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25th Anniversary Article: Recent Advances in n-Type and Ambipolar Organic Field-Effect Transistors

Authors

  • Yan Zhao,

    1. Beijing National Laboratory for Molecular Sciences, Key Laboratory of Organic Solids, Institute of Chemistry, Chinese Academy of Sciences, Beijing 100190, P. R. China
    2. University of Chinese Academy of Sciences, Beijing 100049, P. R. China
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  • Yunlong Guo,

    1. Beijing National Laboratory for Molecular Sciences, Key Laboratory of Organic Solids, Institute of Chemistry, Chinese Academy of Sciences, Beijing 100190, P. R. China
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  • Yunqi Liu

    Corresponding author
    1. Beijing National Laboratory for Molecular Sciences, Key Laboratory of Organic Solids, Institute of Chemistry, Chinese Academy of Sciences, Beijing 100190, P. R. China
    • Beijing National Laboratory for Molecular Sciences, Key Laboratory of Organic Solids, Institute of Chemistry, Chinese Academy of Sciences, Beijing 100190, P. R. China.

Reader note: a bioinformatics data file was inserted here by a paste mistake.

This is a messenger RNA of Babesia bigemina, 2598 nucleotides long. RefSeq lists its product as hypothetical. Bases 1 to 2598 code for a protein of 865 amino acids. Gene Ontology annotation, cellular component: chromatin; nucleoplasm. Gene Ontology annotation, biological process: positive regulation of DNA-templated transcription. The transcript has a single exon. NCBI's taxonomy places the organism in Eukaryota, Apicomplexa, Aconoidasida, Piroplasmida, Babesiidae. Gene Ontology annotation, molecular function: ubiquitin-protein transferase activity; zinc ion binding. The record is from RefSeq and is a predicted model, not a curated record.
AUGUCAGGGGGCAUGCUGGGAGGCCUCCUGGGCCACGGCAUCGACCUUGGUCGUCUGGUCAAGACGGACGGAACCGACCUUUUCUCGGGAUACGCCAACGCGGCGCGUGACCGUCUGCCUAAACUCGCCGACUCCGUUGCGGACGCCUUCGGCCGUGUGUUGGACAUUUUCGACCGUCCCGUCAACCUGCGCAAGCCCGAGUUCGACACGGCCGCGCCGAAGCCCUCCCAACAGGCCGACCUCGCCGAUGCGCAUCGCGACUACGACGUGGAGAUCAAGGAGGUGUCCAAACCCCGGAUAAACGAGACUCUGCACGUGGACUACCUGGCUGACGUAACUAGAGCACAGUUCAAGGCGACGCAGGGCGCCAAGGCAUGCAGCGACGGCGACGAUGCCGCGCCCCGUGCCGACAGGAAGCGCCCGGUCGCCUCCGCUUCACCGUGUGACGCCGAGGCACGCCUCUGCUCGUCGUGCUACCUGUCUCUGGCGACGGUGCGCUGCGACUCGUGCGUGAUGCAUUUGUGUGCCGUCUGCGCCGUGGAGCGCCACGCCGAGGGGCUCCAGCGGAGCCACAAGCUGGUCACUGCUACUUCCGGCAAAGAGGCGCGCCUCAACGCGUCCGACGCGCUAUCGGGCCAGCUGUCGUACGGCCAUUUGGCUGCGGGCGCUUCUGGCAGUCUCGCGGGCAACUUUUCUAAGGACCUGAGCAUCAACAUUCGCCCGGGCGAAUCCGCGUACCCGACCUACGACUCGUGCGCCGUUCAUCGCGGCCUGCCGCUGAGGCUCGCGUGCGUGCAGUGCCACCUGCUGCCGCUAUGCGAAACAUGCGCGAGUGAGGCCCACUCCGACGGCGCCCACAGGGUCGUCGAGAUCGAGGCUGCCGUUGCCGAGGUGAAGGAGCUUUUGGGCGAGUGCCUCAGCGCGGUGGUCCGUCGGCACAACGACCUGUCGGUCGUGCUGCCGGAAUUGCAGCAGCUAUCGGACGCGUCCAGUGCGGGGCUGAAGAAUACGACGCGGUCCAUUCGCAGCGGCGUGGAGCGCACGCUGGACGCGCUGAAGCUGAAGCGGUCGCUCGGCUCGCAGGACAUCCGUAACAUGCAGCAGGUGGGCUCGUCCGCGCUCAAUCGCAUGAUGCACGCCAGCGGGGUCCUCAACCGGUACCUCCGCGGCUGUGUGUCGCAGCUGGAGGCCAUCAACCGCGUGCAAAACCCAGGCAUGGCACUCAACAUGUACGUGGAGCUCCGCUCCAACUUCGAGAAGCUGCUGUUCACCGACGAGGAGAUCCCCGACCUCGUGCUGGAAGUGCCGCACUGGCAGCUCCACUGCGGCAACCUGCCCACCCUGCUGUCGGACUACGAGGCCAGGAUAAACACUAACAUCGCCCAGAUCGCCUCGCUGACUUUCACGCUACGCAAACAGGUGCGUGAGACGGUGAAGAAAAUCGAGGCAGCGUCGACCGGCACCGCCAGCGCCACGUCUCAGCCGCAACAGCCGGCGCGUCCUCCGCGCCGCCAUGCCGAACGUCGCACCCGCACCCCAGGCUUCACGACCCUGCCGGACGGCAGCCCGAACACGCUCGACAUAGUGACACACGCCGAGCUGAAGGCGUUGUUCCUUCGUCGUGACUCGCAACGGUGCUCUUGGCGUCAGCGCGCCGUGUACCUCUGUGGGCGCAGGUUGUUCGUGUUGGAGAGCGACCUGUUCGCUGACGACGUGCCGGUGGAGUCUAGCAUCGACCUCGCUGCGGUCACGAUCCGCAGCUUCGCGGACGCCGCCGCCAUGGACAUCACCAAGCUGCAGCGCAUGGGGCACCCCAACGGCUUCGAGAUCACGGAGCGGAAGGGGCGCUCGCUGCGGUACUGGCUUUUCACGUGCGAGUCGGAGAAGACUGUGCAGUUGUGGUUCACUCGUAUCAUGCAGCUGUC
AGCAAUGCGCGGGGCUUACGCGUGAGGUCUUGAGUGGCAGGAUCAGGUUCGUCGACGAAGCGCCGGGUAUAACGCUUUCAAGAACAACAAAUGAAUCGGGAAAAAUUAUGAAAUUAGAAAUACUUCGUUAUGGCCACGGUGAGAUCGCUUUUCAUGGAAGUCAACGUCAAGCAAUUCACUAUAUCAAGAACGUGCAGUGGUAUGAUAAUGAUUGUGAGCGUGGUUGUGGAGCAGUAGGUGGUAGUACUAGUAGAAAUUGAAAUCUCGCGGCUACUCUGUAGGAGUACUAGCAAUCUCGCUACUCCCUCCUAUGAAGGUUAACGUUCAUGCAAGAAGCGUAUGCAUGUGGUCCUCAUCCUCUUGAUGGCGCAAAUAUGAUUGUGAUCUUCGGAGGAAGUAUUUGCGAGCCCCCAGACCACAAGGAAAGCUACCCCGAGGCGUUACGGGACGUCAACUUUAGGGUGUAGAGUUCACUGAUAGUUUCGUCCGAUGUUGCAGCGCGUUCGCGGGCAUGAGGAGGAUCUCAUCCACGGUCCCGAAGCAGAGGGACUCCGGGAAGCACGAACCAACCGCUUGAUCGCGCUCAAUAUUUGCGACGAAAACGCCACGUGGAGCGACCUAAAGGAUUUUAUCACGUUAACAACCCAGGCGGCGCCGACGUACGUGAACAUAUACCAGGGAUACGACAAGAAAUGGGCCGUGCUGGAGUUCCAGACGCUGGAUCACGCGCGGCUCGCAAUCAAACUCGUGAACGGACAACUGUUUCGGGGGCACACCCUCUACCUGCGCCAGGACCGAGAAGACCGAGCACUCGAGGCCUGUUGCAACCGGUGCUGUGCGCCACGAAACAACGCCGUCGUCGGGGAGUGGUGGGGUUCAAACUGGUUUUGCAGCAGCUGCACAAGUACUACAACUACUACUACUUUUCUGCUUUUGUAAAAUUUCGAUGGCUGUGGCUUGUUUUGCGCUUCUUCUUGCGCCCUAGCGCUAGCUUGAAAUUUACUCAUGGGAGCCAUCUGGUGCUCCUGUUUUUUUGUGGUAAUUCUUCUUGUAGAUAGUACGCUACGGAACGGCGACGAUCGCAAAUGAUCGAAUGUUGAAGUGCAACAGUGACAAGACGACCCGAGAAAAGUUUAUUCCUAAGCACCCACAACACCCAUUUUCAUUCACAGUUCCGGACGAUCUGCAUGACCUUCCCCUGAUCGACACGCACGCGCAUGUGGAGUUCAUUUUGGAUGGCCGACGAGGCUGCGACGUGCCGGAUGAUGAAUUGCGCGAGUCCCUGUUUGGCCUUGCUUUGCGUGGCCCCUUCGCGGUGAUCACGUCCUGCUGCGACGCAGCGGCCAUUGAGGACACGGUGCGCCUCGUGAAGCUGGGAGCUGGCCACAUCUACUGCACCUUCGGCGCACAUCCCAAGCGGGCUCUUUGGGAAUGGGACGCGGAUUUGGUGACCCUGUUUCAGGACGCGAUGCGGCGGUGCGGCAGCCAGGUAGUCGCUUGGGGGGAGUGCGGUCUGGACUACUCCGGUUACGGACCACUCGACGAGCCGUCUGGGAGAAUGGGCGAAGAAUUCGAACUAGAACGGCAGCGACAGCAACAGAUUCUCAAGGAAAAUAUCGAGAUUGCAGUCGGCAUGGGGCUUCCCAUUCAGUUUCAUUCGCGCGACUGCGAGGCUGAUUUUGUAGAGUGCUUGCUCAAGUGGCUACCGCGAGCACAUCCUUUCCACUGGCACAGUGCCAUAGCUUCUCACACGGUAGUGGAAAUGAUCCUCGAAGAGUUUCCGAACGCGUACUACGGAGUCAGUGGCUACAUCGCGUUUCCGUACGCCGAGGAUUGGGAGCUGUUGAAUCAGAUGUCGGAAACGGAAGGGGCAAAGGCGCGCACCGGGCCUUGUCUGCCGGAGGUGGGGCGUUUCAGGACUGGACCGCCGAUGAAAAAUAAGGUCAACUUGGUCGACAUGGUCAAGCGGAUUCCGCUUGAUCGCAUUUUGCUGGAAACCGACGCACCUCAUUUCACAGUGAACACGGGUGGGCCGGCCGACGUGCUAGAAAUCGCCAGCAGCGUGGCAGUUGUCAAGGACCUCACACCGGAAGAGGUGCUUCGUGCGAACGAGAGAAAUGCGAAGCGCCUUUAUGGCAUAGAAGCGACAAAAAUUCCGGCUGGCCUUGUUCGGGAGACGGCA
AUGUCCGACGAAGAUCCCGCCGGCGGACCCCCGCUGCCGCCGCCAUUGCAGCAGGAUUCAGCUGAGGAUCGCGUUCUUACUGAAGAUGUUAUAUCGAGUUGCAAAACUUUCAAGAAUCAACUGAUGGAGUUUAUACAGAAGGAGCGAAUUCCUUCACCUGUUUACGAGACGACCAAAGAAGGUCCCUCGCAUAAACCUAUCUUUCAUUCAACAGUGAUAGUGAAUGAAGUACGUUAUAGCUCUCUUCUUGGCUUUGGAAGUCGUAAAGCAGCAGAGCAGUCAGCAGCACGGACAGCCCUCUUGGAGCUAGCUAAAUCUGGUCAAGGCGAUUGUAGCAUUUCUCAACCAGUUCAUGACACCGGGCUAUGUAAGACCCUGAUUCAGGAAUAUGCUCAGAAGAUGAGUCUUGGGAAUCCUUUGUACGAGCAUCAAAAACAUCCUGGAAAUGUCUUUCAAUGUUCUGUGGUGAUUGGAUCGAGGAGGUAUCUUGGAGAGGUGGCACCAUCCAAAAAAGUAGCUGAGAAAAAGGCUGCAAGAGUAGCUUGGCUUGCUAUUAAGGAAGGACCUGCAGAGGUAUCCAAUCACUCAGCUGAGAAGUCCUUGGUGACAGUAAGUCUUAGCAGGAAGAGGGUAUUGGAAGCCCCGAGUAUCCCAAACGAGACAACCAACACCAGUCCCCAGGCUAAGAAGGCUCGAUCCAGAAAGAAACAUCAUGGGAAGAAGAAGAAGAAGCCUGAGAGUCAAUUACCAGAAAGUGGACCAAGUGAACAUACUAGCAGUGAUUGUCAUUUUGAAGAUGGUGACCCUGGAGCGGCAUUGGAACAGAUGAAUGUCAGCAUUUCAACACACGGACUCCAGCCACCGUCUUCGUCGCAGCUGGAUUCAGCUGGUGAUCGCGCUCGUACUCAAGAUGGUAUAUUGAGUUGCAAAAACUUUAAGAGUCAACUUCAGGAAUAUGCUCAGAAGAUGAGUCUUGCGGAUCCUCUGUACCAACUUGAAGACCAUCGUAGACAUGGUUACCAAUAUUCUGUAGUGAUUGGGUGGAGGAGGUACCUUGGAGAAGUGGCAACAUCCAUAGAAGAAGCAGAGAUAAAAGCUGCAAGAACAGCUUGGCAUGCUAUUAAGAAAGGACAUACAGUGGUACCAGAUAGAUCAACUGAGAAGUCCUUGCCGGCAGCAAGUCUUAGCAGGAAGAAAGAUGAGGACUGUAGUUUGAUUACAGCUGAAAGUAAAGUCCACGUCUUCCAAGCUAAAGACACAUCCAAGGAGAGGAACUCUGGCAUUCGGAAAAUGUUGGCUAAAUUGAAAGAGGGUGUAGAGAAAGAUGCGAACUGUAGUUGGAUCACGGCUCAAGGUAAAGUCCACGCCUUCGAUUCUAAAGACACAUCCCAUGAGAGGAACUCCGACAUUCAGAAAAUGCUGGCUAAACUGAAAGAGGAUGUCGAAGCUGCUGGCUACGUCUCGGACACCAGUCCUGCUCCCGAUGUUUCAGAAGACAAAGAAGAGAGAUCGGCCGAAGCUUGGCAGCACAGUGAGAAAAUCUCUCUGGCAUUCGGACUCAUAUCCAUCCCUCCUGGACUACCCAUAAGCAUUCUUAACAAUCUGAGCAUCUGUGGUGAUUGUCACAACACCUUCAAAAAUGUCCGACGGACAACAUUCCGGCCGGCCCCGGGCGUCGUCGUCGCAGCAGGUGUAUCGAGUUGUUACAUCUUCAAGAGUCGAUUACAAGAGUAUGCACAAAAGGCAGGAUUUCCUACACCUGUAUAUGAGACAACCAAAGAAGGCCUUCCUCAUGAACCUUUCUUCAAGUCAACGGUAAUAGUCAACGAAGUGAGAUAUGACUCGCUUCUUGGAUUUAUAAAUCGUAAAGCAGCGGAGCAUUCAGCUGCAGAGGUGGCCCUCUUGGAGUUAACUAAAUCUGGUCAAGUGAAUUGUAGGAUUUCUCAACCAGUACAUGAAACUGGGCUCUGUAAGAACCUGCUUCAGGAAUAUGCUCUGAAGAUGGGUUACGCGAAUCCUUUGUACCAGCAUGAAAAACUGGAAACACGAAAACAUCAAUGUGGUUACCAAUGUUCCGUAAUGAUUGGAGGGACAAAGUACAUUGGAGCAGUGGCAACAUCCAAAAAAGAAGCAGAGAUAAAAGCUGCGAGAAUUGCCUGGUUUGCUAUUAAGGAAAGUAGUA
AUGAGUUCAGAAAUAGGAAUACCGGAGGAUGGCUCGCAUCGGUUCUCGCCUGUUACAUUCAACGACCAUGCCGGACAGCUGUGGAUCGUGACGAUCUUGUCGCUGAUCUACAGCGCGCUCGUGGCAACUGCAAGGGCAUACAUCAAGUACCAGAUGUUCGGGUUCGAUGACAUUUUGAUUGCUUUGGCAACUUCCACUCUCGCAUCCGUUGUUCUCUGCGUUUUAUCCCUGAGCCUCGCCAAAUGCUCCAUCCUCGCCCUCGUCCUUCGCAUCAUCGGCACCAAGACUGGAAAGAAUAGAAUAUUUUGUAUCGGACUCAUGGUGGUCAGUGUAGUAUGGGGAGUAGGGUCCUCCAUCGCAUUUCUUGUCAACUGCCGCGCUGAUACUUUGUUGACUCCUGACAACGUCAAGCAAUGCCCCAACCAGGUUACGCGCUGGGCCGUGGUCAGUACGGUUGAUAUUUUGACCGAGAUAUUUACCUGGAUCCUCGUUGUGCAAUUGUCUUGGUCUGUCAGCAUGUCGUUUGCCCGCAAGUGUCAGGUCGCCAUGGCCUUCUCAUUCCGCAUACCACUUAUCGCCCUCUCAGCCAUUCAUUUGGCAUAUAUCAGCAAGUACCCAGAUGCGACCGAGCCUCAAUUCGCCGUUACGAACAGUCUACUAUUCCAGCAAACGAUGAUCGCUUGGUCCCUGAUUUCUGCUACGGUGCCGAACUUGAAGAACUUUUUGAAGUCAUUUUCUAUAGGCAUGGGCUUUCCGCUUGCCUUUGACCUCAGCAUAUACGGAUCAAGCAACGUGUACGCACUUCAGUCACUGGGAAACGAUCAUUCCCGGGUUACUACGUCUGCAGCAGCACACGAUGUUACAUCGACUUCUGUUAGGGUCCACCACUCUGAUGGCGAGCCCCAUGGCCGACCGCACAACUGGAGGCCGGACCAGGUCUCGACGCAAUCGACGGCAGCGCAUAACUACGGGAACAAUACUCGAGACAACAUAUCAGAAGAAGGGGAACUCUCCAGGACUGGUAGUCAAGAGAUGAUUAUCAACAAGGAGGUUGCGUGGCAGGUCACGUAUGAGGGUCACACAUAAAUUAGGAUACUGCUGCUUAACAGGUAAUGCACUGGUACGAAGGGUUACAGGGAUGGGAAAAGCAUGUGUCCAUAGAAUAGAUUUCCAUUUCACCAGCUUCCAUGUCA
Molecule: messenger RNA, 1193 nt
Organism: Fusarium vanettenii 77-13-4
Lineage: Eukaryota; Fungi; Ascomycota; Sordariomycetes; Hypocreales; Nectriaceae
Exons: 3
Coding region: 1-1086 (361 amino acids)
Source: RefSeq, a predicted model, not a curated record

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Abstract

The advantages of organic field-effect transistors, such as low cost, mechanical flexibility and large-area fabrication, make them potentially useful for electronic applications such as flexible switching backplanes for video displays, radio frequency identifications and so on. A large amount of molecules were designed and synthesized for electron transporting (n-type) and ambipolar organic semiconductors with improved performance and stability. In this review, we focus on the advances in performance and molecular design of n-type and ambipolar semiconductors reported in the past few years.

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